However, if a delay or error is introduced by the service, then the service
provider will compensate the ISP, who can then compensate the client.
Designed for the ASP scenario:
The language is currently capable of expressing the following types of
constraint, implied by the ASP scenario:
- Throughput constraints
Throughput constraints are required to satisfy the requirements of the
network provider and the ISP, that they are not overwhelmed by request or
response traffic. Throughput constraints are straightforward to define in
a monitorable fashion, as we are only concerned with the arrival rate of
requests or responses.
Precisely defining the throughput constraint requires some consideration
however. Average throughput over a long period may not be a good indicator
of peak load. Furthermore, constraining the interval between any two requests
may place unnecessary constraints on the client's implementation. Most
distributed architectures have a notion of request buffering or message queuing.
Therefore it makes sense to define throughput in relationship to the degree
of request or response concurrency that the service can accomodate.
To achieve this, SLAng specifies throughput constraints by specifying the
size of a sliding window, and specifying the maximum concurrency of requests
within this period.
Note that the sliding window notion gives rise to the useful concept of
a period of over-utilisation. Within such a period, any sliding window
would violate the throughput constraint. SLAng allows the specification of
penalties related to throughput violations to vary with the length of the
period of over-utilisation.
- Timeliness and reliability constraints
In SLAng, timeliness and reliability constraints are treated uniformly.
Overdue responses from the service may have no business value to the client, so
may be treated as a failure. Similarly, the business value of an incorrect
response must be reckoned to be zero.
Reliability constraints have similar requirements to throughput constraints.
Reliability should not be reckoned over too long a period, or unacceptably
long intervals where the service is not accessible may occur, but appear to
be balanced by period of frantic correcting behaviour. Similarly, in a given
timescale, some failures may be tolerable. Therefore in SLAng we define
reliability constraints by specifying the maximum number of failures that
may be observed within a sliding time-window.
Again, the sliding time-window gives rise to the notion of a period of
poor-performance, in this case unreliability, which may be used to vary the
application of penalties. Note that the parameters of a reliability clause
need to consider any throughput constraints that apply concurrently, as these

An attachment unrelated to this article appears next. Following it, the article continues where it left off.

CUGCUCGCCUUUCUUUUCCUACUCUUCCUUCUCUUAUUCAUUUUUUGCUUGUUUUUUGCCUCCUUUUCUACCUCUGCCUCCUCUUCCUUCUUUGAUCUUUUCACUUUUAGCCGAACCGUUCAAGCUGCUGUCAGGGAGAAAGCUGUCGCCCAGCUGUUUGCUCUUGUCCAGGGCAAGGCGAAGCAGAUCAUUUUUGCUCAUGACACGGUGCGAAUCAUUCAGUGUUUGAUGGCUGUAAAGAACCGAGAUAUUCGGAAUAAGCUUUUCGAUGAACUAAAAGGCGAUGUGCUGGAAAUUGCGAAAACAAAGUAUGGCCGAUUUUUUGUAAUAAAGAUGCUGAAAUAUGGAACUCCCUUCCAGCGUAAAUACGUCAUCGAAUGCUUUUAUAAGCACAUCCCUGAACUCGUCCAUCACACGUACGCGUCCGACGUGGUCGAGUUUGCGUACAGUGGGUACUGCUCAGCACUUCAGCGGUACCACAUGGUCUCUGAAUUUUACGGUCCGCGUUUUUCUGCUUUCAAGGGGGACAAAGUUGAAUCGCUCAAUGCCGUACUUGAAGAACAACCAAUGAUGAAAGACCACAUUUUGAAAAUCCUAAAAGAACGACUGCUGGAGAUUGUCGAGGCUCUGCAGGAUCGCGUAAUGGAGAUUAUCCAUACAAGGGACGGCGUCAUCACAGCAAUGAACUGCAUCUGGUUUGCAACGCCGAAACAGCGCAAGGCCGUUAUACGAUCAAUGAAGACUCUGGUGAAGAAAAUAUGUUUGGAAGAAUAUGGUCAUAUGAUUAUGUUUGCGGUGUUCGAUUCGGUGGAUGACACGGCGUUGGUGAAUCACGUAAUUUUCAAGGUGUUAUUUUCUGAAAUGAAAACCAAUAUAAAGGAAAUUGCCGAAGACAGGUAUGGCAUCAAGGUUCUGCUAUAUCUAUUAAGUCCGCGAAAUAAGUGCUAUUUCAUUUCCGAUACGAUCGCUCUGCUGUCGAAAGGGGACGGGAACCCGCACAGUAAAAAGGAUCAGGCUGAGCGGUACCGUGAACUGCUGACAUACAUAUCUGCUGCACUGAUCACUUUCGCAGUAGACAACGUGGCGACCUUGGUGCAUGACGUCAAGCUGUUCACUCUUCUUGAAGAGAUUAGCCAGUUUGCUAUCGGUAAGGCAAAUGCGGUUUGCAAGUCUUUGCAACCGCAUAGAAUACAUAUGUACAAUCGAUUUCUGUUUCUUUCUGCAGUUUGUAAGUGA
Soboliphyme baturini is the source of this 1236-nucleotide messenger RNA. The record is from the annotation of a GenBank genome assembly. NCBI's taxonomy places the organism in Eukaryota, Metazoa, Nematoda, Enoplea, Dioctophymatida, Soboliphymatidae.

will constrain the maximum number of requests that may be made in total within
the sliding window.
- Availability constraints
The common notion of availability is related to the state of the service. It
may either be ready to be used, or not. However, in the ASP scenario the client
can only observe the state of the service by submitting requests. If these
fail then the service will be reckoned unreliable, so this contingency is
already handled by SLAng.
On the other hand, a service may be clearly broken, in that it never
responds correctly to a particular request. Under the circumstances, the
client will not wish to have to continuously poll the service in order to
become liable to receive penalties, and become aware when the service is
ultimately fixed. Furthermore, the service provider would not wish the client
to receive penalties related to errors which were not promptly reported.
Therefore, we have assumed that an additional channel of communication exists
between the client and the provider of the SLA besides the use of the service.
SLAng includes availability constraints which are related to the exchange
of bug reports and bug fix reports via this channel.
Availability penalties can be used to provide an incentive for the client
to report bugs. They also provide an incentive for the service provider to
fix them in a timely fashion.
- Data currency and recovery constraints
An aspect of reliability is that the data manipulated by the service should
be correct and uncorrupted. SLAng includes data currency and data recovery
constraints to ensure this.
A data currency constraint applies to an operation of the service, and states
for some data types manipulated by that operation, that the data should be
the most recent data, older than some threshold age. The threshold age
accomodates time taken to complete transactions, and can also be used to
specify operations for accessing historical data. Data currency constraints
are a type of reliability constraint, and are defined in the same fashion, but
with reference to a different mode of failure of the service.
A data recovery penalty may be invoked if data is lost by the service. If
the service loses some data, it may never again be able to satisfy some data
currency constraints, and in the future its output will be regarded as corrupt.
Therefore, the service provider must report that the data has been lost, and
give an age of data that has been recovered and is now regarded as current.
Since data loss is never wholly acceptable, this incurs a penalty, which may
be varied according to the reported age of the data recovered.
Equally important to determining the type of constraints included in an SLA
is determining when they should apply. SLAng permits the varying of SLA
constraints according to:
- Absolute time: conditions may be associated with schedules determining when
they should apply.
- The state of some mutually monitorable system: conditions may be associated
with defined states of some system. The current state of the system must be
mutually monitorable by the parties to the SLA in order to preserve the
monitorability of the SLA overall. The state will be mutually monitorable if
the initial state of the system when the SLA begins can be agreed, and events
indicative of all changes of state are mutually monitorable by the parties.